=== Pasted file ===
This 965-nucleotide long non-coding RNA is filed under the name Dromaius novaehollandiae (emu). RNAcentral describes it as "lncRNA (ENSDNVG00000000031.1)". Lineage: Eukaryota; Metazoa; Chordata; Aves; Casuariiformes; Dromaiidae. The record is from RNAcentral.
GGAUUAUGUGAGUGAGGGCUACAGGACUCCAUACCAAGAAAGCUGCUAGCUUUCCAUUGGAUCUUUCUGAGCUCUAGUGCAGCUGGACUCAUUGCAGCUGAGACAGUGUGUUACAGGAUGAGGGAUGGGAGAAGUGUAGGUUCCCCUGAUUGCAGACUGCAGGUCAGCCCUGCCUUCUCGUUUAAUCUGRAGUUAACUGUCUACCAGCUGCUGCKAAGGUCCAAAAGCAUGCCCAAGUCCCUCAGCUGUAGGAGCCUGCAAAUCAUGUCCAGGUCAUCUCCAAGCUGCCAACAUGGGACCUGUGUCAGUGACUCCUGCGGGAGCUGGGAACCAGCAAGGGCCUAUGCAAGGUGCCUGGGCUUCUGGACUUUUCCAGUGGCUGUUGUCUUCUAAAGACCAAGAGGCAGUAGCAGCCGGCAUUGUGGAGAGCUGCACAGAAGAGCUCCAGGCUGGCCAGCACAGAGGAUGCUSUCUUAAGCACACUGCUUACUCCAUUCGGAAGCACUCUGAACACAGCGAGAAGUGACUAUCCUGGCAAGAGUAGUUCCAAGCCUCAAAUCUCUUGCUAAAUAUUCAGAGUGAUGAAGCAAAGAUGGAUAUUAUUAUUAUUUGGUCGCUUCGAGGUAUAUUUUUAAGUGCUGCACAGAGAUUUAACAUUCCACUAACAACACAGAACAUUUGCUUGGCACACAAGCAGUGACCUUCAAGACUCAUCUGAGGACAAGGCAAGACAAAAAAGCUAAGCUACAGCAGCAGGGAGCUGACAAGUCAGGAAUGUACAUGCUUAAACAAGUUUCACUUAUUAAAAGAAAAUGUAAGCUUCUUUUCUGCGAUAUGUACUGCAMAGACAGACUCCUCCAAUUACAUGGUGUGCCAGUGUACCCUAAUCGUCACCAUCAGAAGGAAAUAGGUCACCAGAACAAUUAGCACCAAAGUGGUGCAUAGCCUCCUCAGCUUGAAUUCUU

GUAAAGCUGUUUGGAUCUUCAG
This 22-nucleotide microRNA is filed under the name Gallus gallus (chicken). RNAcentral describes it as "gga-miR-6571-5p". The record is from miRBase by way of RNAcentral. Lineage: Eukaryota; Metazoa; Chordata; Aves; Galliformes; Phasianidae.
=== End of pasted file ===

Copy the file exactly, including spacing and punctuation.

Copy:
This 965-nucleotide long non-coding RNA is filed under the name Dromaius novaehollandiae (emu). RNAcentral describes it as "lncRNA (ENSDNVG00000000031.1)". Lineage: Eukaryota; Metazoa; Chordata; Aves; Casuariiformes; Dromaiidae. The record is from RNAcentral.
GGAUUAUGUGAGUGAGGGCUACAGGACUCCAUACCAAGAAAGCUGCUAGCUUUCCAUUGGAUCUUUCUGAGCUCUAGUGCAGCUGGACUCAUUGCAGCUGAGACAGUGUGUUACAGGAUGAGGGAUGGGAGAAGUGUAGGUUCCCCUGAUUGCAGACUGCAGGUCAGCCCUGCCUUCUCGUUUAAUCUGRAGUUAACUGUCUACCAGCUGCUGCKAAGGUCCAAAAGCAUGCCCAAGUCCCUCAGCUGUAGGAGCCUGCAAAUCAUGUCCAGGUCAUCUCCAAGCUGCCAACAUGGGACCUGUGUCAGUGACUCCUGCGGGAGCUGGGAACCAGCAAGGGCCUAUGCAAGGUGCCUGGGCUUCUGGACUUUUCCAGUGGCUGUUGUCUUCUAAAGACCAAGAGGCAGUAGCAGCCGGCAUUGUGGAGAGCUGCACAGAAGAGCUCCAGGCUGGCCAGCACAGAGGAUGCUSUCUUAAGCACACUGCUUACUCCAUUCGGAAGCACUCUGAACACAGCGAGAAGUGACUAUCCUGGCAAGAGUAGUUCCAAGCCUCAAAUCUCUUGCUAAAUAUUCAGAGUGAUGAAGCAAAGAUGGAUAUUAUUAUUAUUUGGUCGCUUCGAGGUAUAUUUUUAAGUGCUGCACAGAGAUUUAACAUUCCACUAACAACACAGAACAUUUGCUUGGCACACAAGCAGUGACCUUCAAGACUCAUCUGAGGACAAGGCAAGACAAAAAAGCUAAGCUACAGCAGCAGGGAGCUGACAAGUCAGGAAUGUACAUGCUUAAACAAGUUUCACUUAUUAAAAGAAAAUGUAAGCUUCUUUUCUGCGAUAUGUACUGCAMAGACAGACUCCUCCAAUUACAUGGUGUGCCAGUGUACCCUAAUCGUCACCAUCAGAAGGAAAUAGGUCACCAGAACAAUUAGCACCAAAGUGGUGCAUAGCCUCCUCAGCUUGAAUUCUU

GUAAAGCUGUUUGGAUCUUCAG
This 22-nucleotide microRNA is filed under the name Gallus gallus (chicken). RNAcentral describes it as "gga-miR-6571-5p". The record is from miRBase by way of RNAcentral. Lineage: Eukaryota; Metazoa; Chordata; Aves; Galliformes; Phasianidae.